Think you know everything there is to know about breastfeeding? Think again! Even if you’ve already learned a lot about lactation, you might be surprised by some of the details of just how nature’s all-Baby-can-eat-buffet works. Some facts are fun, some are downright fantastic, and some might seem a little weird. But if you’re thinking of breastfeeding once your baby arrives, you’ll want to be aware of all that could be in store.
You’ll burn calories
When you feed your baby, your body’s working overtime! Experts estimate that it takes about 25% more energy to make your breast milk for each day. That’s a serious increase — even from pregnancy — and you’ll feel the hunger and thirst. It’s important to eat well and get enough energy on board! It’s also estimated that protein requirements specifically go up by at least 15 grams. Pro tip: keep taking your prenatal vitamin and talk to your provider about other supplements you may need while breastfeeding!
Hearing a baby cry could make your breasts start to leak
When your baby latches onto your breast, her sucking triggers release of the hormone oxytocin, which stimulates milk production. This release of breast milk, called the let-down reflex, usually happens after Baby has been sucking for about 1-2 minutes. Some people feel the let-down reflex as a tingling or a warmth and others don’t feel anything at all! But other stimuli can trigger the production of oxytocin too, including emotional ones like looking at a picture of Baby, thinking of her, or hearing a recording of her. Sometimes hearing any baby cry, not just your own, can trigger your let-down reflex. This can be awkward or messy, but it’s just your body’s way of knowing what to do when a baby needs milk!
You might get cramps
Not only does Baby’s sucking cause the release of oxytocin so that your milk can flow freely, but oxytocin also creates uterine contractions. Some people don’t really notice these cramps. Others might feel them kick in like clockwork while nursing in the early days after delivery. Although they can be painful, these cramps (also called afterpains) are helpful. When you’re pregnant, your uterus — a super strong muscle — has to grow much larger to make room for Baby, and the contractions that cause cramps also help to squeeze your uterus back to its pre-pregnancy size.
Bigger breasts don’t mean more milk production
Though you might assume otherwise, milk glands are what matter when it comes to milk production, not breast size. The larger the breast size, the more fatty tissues that exist, but it doesn’t change the milk glands at all, so someone with an A-cup can actually make the same amount of milk as someone with a double D, they just have less fatty tissue compared to glandular (milk-making) tissue. Even if your bust is on the smaller side, you’re just as likely to be able to make plenty of milk for Baby as someone with a larger size!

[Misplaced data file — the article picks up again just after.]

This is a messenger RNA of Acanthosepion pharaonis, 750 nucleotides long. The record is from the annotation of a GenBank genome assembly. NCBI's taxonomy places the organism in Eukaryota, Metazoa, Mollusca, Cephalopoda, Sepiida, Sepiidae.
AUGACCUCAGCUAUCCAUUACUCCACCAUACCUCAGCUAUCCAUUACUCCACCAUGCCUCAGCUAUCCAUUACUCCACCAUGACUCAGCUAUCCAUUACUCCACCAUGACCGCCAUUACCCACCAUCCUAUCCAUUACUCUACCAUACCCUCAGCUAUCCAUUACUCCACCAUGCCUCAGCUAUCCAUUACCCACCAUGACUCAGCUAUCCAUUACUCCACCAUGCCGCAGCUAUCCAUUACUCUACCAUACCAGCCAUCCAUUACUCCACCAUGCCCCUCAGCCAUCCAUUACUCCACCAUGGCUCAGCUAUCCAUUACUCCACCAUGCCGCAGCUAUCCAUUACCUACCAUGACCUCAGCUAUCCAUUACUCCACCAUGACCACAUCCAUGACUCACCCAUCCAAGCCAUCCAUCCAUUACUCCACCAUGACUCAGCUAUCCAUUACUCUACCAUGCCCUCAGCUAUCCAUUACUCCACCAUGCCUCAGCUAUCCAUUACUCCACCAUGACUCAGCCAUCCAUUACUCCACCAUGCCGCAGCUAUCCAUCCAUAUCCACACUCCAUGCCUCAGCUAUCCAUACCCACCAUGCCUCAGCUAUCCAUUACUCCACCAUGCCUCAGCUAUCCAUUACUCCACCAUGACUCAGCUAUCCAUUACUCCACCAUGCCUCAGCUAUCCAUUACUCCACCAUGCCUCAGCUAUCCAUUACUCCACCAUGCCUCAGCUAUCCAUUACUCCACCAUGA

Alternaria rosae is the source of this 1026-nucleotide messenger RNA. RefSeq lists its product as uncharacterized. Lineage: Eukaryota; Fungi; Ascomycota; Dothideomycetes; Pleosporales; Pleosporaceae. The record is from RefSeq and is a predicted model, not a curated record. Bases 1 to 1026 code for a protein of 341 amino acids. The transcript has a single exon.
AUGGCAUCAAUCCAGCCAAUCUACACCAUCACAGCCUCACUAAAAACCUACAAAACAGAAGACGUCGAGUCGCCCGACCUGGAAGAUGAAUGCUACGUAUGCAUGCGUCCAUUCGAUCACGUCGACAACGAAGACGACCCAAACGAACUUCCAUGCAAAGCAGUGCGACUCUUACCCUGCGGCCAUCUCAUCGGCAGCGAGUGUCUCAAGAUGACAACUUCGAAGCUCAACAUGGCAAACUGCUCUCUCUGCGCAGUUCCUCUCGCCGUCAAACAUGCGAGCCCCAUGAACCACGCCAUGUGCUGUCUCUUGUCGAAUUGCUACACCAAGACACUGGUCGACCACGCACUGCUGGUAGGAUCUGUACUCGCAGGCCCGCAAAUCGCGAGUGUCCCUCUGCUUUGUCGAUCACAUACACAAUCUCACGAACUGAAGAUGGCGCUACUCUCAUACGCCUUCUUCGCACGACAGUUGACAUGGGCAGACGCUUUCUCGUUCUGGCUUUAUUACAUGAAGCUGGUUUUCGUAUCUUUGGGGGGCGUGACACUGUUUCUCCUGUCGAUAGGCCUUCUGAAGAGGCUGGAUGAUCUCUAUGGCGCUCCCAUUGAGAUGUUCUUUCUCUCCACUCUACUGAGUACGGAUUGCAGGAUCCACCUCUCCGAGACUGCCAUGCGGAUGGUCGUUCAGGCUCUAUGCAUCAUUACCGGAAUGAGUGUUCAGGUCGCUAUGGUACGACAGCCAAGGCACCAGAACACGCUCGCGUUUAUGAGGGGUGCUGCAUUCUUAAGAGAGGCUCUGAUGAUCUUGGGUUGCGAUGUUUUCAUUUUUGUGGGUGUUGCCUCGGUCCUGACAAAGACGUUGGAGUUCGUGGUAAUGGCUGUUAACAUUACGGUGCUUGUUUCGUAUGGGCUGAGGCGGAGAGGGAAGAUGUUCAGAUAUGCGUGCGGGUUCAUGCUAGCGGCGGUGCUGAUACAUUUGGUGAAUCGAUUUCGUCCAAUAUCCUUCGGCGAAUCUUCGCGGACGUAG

Your nipples may get uncomfortable
This isn’t a fun fact, but it’s the truth. While you might hope that breastfeeding will be nothing but smooth sailing, things can be somewhat sore for the first few weeks or longer. Getting Baby to latch onto your breast at all, let alone correctly, can take time, and those initial 8-12 feeding sessions a day with a newborn can leave your nipples feeling sensitive and sore. The discomfort can range from slight tenderness to cracked and bleeding skin as you and your baby learn to latch successfully.
Fortunately, most people find that their nipples do feel comfortable in just a few weeks, and as Baby grows and her mouth gets bigger, you might find even more comfort, as she latches on more expertly. In the meantime, you can use nipple salves or balms like lanolin, nipple shields, or warm or cool compresses to provide some relief. Even if those early days are a bit tender, it’s important to get Baby to latch on correctly and have enough time feeding at your breast.
However, certain types of breast pain could be evidence of infection or other problems. And since every person’s experience with breastfeeding is different, do speak to your healthcare provider if you have any questions about what’s normal in terms of discomfort and what might help you feel better. If nipple tenderness or soreness has turned to nipple pain while feeding, that might be a sign that you could use some expert help. A board certified lactation consultant is a great place to start!